Sunday, 8 December 2013

Mandela's Death is All About Me. And You. And Him.

Nelson Rolihlahla Mandela died last week Thursday, the fifth of December. Mr. Mandela was the main icon of the anti-apartheid revolution and one of the greatest fighters for freedom in modern times. Much has been written about his life and, upon his death, his legacy and impact and inspiration. It is a universally accepted truth that, indeed, the world has lost one of the greatest human beings ever.

It's All About Me
I held Mr. Mandela in high esteem. I recall the moment in Jamaica when friends and I heard he was released from prison in February, 1990. The clanging of pot covers, shouts of joy from hither and yon, and music filled the air - for a long time. At the time, I could not yet wrap my head around the enormity of the significance that his stand, his imprisonment and, then, his release, meant. After all, many of the historic moments were yet to follow. Still, I knew in my own heart I admired this man who stood for something, for so long, against so many strong and unrelenting odds. To overcome all of that, to the point of presidency of South Africa; to the point of continuing to work on behalf of others (even when he had done far more than enough by then), and to the point of inspiring countless lives, all that was a demonstration of an enviable measure of strength, resilience, persistence, humility, graciousness, forgiveness and kindness that few possess. And that is what moved me about his life: He was put through the furnace of affliction and he came out as pure gold.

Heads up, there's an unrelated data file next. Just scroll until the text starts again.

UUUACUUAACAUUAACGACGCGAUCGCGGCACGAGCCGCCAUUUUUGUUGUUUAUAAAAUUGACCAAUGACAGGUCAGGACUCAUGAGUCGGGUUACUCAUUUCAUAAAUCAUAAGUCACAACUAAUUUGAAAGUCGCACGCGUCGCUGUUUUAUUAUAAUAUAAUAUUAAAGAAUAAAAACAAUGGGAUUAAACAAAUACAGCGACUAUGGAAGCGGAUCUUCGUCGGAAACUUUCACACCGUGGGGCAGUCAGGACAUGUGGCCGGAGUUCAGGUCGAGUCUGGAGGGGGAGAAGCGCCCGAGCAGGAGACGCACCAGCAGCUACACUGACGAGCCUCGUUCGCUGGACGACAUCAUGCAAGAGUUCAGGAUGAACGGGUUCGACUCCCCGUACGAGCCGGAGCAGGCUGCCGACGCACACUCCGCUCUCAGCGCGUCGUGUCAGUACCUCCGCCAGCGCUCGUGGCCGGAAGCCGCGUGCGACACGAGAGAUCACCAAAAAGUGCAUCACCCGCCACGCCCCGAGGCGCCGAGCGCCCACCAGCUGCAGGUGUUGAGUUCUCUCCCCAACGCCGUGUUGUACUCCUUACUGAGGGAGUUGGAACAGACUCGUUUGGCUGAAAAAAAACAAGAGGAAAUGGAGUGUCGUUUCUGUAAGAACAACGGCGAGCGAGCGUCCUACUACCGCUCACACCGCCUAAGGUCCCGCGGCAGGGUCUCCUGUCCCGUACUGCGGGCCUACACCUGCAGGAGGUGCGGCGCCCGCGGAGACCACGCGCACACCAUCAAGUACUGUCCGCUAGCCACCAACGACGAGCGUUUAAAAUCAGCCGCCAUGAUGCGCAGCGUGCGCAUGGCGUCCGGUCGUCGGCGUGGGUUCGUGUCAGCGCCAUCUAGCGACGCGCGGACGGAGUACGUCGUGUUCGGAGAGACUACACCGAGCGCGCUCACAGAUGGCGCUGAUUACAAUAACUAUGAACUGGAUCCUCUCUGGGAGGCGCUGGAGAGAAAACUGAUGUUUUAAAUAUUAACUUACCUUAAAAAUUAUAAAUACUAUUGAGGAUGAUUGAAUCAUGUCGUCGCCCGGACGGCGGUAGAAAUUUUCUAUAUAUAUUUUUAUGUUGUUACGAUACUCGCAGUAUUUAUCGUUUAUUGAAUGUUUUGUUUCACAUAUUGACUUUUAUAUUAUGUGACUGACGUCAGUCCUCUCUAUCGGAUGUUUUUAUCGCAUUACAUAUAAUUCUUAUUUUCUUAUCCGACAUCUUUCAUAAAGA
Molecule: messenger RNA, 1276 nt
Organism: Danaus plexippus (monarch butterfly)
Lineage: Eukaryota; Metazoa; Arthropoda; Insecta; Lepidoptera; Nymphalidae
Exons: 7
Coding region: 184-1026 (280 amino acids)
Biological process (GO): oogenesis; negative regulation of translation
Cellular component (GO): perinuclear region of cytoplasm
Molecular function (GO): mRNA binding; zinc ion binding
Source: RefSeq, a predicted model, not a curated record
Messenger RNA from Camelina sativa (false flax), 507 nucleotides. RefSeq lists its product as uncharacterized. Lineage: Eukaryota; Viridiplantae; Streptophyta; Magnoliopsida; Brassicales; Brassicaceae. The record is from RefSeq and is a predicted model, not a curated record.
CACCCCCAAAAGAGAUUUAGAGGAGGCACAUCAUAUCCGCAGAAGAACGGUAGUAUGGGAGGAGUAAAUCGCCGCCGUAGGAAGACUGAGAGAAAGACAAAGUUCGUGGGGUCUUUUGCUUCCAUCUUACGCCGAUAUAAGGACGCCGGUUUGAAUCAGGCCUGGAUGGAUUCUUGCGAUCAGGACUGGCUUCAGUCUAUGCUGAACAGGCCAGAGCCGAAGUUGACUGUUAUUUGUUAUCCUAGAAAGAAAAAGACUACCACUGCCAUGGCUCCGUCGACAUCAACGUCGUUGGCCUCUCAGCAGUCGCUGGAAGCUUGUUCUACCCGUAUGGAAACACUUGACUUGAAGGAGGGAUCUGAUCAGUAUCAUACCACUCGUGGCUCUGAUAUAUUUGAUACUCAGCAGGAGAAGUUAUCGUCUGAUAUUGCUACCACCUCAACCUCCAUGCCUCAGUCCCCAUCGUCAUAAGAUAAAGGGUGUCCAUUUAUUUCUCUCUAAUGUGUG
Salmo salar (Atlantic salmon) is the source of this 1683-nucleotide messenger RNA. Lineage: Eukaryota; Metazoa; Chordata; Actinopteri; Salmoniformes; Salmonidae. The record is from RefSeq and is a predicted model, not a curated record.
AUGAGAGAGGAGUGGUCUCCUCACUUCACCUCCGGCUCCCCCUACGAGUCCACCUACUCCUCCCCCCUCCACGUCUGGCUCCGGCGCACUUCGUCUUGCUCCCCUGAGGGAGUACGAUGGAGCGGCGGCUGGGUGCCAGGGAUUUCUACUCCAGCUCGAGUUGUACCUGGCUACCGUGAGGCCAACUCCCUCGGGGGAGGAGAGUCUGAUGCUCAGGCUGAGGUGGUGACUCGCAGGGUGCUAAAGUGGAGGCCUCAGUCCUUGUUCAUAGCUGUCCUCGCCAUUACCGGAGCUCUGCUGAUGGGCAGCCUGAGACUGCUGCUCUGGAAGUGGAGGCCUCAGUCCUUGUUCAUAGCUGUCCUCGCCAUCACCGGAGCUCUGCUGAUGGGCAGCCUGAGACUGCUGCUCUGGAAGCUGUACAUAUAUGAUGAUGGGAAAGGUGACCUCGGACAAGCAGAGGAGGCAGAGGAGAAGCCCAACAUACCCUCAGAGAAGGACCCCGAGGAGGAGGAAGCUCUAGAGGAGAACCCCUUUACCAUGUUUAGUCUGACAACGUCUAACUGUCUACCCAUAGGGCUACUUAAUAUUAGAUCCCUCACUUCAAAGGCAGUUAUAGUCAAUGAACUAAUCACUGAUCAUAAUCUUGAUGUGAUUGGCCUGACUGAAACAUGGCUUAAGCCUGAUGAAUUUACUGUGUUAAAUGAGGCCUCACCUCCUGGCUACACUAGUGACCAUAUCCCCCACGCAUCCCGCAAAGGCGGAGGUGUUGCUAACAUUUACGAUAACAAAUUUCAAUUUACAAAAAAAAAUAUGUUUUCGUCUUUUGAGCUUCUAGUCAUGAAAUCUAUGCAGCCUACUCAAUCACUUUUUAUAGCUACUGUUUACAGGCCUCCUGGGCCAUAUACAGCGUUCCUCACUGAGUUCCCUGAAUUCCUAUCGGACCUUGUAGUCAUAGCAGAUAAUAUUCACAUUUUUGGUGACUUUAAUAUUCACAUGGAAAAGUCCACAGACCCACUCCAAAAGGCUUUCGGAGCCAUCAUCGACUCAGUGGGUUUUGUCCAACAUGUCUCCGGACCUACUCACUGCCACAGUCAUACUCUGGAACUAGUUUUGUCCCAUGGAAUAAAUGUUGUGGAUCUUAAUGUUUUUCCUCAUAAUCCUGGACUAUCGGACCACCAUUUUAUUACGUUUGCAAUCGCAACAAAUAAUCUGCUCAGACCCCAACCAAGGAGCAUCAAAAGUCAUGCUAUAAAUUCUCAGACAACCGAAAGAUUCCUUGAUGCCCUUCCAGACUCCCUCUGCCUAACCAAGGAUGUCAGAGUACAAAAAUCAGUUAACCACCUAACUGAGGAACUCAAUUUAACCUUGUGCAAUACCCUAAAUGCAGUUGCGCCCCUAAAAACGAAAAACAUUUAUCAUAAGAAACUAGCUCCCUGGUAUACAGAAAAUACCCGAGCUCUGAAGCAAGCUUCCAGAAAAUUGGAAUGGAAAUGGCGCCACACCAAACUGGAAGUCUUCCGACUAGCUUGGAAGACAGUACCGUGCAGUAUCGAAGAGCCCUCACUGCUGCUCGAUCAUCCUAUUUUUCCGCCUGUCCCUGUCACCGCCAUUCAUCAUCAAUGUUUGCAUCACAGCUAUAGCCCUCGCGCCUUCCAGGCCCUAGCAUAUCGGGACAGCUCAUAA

I honestly don't wish to regurgitate everything we've seen in newspapers from around the globe and in books and so on. (The Toronto Star carried a timeline.) Information is now at our fingertips. What is not at our fingertips; what may not be touched on screen, is the impact and inspiration he was, just by doing what he did with his life. For me, he made the world a better place. He certainly left it better than the way he found it. And, I am so very thankful that our lifetimes intersected. True, I was saddened on hearing the news, but, after quick acceptance, gratitude took over.